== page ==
At the toss, it seemed like the West Indies had got it wrong. The Chennai wicket is known to aid spinners and it slows down as the game goes on — making stroke play difficult as the game goes on. Despite that WI skipper Kieron Pollard chose to bowl first in the first ODI.

It could be looked at as the visitors backing themselves or as a quiet affirmation that India’s bench strength in the bowling department in limited-overs matches is anywhere close to what it has for Test matches.

After Shreyas Iyer (70) and Rishabh Pant (71) had rescued India from a tricky position with responsible knocks, the hosts eventually reached 287/8 at the end of their fifty overs.

Iyer possesses a smooth style of batting. He never looks like he is trying to hit the ball hard, in stark comparison to Pant, who usually looks like he is trying to throw the kitchen sink at every ball. It was a vital partnership for India and perhaps an indication of where the two batsmen should also be batting in the line-up permanently. Iyer, at four and Pant, at five.

Pant, in particular, seemed very determined to avoid doing anything silly at the start of his innings. He didn’t try hitting the first ball he faced for six nor did he try any random slog. Instead, he tried the straight bat approach and it worked.

If anything a knock like this could give him the keys to unlocking his true potential in the shorter formats where he has had a horrid run ever since he made his debut. Despite a slow start, he still ended his innings striking at faster than a run-a-ball. Pant, of all people, should know he can always catch up.

“I’ve realised after playing a fair bit at the international level that unlike at amateur levels of cricket, there isn’t anything like a natural game,” said the 21-year-old Pant after the game. “At the international level, you have to play according to the situation or what the team demands.”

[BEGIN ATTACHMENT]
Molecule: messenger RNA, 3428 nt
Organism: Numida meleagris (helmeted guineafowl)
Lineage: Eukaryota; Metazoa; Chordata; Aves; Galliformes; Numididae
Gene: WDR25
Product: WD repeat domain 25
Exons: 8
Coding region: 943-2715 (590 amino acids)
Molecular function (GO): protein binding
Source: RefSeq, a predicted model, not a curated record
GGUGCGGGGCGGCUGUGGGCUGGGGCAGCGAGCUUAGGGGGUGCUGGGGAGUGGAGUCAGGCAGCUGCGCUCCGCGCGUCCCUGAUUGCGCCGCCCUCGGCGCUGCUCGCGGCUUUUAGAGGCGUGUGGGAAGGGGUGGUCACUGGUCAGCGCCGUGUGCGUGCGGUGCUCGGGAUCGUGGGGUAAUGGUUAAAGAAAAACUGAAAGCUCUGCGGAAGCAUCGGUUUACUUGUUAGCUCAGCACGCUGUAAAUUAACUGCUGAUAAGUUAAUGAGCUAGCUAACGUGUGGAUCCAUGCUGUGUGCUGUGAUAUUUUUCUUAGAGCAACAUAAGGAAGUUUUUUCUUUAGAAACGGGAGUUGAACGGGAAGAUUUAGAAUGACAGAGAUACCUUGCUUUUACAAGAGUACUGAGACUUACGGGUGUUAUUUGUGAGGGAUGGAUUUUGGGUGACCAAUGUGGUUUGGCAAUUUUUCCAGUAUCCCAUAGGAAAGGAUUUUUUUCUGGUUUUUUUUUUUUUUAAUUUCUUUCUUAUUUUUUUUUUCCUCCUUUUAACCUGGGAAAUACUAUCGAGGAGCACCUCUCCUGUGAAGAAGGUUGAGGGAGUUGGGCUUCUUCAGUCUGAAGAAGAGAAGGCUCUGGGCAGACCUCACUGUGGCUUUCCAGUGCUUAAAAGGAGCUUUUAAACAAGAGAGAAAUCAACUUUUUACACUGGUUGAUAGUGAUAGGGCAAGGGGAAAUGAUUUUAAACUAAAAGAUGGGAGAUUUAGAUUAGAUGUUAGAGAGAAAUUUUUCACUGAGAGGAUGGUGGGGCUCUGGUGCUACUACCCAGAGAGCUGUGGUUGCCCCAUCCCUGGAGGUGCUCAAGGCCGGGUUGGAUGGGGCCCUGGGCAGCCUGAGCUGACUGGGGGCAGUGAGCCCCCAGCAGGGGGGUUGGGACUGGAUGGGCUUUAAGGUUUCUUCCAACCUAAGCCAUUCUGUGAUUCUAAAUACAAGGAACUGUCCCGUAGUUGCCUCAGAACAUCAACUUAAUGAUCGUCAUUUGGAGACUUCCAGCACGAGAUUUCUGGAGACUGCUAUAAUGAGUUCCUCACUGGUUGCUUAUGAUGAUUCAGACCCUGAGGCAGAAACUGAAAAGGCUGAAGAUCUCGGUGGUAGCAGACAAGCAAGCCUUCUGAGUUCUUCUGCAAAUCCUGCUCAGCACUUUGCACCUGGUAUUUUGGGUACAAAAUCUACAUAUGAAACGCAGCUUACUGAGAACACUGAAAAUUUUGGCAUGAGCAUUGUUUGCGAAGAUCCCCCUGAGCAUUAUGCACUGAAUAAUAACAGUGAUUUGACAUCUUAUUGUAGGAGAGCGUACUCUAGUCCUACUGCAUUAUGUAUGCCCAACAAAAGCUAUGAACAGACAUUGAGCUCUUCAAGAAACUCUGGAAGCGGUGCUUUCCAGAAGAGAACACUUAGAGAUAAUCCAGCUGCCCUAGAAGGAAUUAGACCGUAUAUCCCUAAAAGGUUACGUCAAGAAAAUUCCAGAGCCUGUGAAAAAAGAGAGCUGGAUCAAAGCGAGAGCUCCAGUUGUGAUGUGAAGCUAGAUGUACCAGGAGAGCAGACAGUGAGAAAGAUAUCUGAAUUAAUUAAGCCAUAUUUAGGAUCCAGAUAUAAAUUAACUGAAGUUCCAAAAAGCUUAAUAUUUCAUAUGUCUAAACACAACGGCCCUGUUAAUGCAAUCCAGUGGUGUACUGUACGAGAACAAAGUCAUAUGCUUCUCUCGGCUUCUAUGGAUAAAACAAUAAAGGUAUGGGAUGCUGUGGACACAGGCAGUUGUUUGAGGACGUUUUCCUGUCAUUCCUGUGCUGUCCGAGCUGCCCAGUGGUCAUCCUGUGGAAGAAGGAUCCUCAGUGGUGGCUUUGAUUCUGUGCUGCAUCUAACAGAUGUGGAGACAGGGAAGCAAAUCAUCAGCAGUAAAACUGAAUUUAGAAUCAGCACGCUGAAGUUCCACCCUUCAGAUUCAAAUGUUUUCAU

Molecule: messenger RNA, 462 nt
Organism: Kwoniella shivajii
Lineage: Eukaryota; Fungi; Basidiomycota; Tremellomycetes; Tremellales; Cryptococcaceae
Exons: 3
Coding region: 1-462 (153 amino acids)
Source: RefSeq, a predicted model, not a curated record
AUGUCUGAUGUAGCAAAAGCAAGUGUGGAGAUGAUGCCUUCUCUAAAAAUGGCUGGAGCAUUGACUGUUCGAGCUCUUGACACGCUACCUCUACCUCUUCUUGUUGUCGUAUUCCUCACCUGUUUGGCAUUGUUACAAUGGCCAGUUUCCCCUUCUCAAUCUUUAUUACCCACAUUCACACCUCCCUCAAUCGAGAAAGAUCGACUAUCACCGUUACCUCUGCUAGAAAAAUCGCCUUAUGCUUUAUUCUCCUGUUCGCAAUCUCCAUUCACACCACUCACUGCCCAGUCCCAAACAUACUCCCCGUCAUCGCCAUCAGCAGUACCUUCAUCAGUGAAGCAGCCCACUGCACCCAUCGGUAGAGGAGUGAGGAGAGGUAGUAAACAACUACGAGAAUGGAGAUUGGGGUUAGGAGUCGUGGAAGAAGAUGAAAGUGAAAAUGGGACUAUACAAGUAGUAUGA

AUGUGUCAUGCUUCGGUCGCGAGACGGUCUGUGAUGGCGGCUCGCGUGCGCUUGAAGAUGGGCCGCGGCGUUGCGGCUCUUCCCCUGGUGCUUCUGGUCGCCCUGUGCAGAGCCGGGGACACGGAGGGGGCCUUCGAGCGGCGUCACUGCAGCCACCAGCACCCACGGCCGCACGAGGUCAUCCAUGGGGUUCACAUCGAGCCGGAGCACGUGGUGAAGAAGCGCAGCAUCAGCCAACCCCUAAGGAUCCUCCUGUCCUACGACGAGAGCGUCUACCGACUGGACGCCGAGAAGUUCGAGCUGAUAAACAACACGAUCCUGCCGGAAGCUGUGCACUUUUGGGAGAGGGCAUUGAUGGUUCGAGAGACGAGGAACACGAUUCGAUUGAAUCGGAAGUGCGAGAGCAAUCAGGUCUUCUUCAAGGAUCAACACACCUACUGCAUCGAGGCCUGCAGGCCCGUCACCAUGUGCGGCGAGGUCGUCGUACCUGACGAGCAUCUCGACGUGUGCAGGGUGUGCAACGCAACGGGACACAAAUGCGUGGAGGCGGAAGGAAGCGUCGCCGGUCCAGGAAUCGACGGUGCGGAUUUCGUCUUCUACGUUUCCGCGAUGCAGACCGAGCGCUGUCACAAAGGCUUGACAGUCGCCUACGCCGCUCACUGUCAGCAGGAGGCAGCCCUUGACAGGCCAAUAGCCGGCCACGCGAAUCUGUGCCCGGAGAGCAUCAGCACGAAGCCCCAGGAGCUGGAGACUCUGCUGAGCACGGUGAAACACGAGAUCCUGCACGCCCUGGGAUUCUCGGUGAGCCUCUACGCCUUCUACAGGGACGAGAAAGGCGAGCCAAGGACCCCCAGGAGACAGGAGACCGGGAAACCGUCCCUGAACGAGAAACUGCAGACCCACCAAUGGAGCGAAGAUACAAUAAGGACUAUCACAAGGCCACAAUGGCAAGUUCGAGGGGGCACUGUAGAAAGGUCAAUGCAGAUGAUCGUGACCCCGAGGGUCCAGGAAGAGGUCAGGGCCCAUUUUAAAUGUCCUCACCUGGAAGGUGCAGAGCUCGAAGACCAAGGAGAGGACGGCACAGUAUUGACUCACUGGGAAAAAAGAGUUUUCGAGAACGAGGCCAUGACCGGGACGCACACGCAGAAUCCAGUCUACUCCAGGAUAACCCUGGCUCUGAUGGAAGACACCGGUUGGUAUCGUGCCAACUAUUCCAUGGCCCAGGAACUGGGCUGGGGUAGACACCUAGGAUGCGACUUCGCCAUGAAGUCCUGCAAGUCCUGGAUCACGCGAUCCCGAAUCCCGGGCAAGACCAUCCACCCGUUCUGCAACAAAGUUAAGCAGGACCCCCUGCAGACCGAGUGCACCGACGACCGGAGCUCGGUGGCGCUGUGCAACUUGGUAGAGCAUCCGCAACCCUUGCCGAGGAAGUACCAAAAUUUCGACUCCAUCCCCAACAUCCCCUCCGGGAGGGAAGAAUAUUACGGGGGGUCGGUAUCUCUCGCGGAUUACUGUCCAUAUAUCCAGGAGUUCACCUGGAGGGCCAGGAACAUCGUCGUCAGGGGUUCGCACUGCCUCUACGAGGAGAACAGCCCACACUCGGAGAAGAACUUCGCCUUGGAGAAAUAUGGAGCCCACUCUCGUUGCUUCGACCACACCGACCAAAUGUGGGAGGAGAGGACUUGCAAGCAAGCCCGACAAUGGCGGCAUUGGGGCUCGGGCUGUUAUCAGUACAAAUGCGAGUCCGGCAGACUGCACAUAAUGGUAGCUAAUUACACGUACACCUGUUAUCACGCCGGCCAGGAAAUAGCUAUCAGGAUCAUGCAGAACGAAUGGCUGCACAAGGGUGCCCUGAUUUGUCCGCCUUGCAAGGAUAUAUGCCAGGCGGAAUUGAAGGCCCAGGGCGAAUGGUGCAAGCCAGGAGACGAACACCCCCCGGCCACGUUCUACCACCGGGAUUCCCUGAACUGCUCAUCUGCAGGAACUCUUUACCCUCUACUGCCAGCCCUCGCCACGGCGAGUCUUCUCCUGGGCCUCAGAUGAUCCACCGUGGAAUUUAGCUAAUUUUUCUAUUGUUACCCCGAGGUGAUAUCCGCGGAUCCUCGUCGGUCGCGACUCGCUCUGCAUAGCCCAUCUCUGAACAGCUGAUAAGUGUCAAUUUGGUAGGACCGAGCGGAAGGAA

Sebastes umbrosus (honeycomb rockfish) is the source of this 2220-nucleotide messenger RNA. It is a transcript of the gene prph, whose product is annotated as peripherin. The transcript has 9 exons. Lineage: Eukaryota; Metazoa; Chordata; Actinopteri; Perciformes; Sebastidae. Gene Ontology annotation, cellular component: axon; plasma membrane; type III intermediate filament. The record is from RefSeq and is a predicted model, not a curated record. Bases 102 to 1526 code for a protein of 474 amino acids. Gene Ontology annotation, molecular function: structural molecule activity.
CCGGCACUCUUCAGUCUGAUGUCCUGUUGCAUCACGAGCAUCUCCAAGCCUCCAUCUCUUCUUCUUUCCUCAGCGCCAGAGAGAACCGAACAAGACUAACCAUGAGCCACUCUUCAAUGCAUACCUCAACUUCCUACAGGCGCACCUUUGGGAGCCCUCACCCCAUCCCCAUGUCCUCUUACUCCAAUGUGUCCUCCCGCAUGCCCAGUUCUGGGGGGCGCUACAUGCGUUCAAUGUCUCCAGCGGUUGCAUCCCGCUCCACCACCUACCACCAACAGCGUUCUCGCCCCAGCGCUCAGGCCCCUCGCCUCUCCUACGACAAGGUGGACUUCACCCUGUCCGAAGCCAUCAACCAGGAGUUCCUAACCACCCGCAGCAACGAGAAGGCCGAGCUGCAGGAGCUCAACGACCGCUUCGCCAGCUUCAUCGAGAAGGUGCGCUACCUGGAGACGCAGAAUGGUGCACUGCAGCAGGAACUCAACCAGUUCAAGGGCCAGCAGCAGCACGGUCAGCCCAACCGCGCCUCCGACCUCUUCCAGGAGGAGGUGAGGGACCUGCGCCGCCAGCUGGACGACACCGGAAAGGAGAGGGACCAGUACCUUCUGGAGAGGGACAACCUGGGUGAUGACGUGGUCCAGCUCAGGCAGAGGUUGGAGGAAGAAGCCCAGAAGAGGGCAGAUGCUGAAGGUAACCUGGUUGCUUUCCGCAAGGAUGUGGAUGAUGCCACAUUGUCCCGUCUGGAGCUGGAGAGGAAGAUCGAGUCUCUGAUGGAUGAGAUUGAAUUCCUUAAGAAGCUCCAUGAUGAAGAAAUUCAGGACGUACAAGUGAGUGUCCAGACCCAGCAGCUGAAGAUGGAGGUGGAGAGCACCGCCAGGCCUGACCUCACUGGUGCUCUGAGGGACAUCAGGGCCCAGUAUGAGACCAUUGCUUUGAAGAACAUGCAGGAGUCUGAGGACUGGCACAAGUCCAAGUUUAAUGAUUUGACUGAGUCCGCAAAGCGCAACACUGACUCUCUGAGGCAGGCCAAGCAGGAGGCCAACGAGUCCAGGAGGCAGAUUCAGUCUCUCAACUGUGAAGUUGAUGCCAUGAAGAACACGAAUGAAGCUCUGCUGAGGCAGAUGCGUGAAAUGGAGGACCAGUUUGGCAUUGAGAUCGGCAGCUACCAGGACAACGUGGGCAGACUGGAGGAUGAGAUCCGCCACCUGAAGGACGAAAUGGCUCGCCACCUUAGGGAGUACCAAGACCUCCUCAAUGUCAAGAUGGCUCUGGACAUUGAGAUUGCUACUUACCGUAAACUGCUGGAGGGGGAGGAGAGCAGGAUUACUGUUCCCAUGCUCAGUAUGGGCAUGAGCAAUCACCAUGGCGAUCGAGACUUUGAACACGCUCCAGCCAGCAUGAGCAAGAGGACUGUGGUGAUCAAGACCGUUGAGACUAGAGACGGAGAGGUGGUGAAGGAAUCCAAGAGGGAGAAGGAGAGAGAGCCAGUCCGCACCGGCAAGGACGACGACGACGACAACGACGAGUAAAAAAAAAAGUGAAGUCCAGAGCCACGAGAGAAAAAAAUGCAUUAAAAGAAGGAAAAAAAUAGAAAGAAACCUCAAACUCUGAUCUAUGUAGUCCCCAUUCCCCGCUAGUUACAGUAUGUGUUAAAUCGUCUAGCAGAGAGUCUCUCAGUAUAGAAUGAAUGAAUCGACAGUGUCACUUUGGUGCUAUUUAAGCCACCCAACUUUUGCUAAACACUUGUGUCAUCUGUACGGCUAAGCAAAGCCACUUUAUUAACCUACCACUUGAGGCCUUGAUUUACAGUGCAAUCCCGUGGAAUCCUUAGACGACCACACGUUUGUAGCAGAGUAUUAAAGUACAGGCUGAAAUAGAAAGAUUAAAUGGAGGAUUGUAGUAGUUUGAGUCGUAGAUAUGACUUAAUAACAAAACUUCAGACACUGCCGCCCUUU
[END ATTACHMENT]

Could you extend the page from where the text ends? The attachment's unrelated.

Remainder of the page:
Hopefully, he’ll take those words to heart and not just at face value.

Not on the ball

For Kohli, the partnership was a sign of one problem starting to move towards a solution but at the same time, perhaps another one is starting to take root.

With Jasprit Bumrah, Bhuvneshwar Kumar and Hardik Pandya out injured and Yuzvendra Chahal not playing, India went into the match with an attack that can be best described as second string.

In Test matches, injuries haven’t really mattered as India’s second rung has turned in some world-class performances. But in ODIs and T20s, they seem to be lacking in some aspects.

Most troublesome among the bowling attack’s issues was the lack of wicket-taking options. India got a wicket early but once Shai Hope (102 off 151 balls) and Shimron Hetmyer (139 off 106 balls) decided that they were going to get stuck in, the bowlers were unable to pressure them into making a mistake.

Deepak Chahar was consistent and it is increasingly clear that Kohli now places great trust in him. But there were some harsh lessons to be learned by Shivam Dube, Ravindra Jadeja and Mohammed Shami who were all not accurate or consistent enough with their lines and lengths.

“We thought six bowling options would be enough. I don’t think pitch changed drastically, they batted brilliantly. The spinners were getting help but they put pressure on our spinners brilliantly. Hetmyer’s innings was outstanding,” said Kohli after the game.

Hetmyer attacked with great relish and when he does get going, he deposits the ball in the stands with startling ease. He plays the spinners well, using the depth of the crease to create doubts in the bowler’s mind, and that meant that India were unable to put any pressure on the West Indies during the middle overs.

With Hetmyer going great guns, Hope settled into playing the role of the second fiddle. He took his singles and rotated the strike without ever looking like he would get carried away.

In the early days of left-arm wrist-spinner Kuldeep Yadav’s career, he would look forward to bowling to a big-hitter because that is when his variations would truly come into play. But now he seems timid by comparison.

After getting hit for a six off the first ball of the 15th over by Hetmyer, Yadav immediately chose to go flat. Earlier, he would have elected to go for the wicket but now he chooses to go for the run-saving options. It is an approach that is self-defeating given that he rose to prominence on the basis of his wicket-taking abilities.

Kohli will hope that his first-string bowlers get back to full fitness quickly but at the same time, he will also hope that second-string use this opportunity to learn; to learn and to get better because one never knows when an injury will strike again.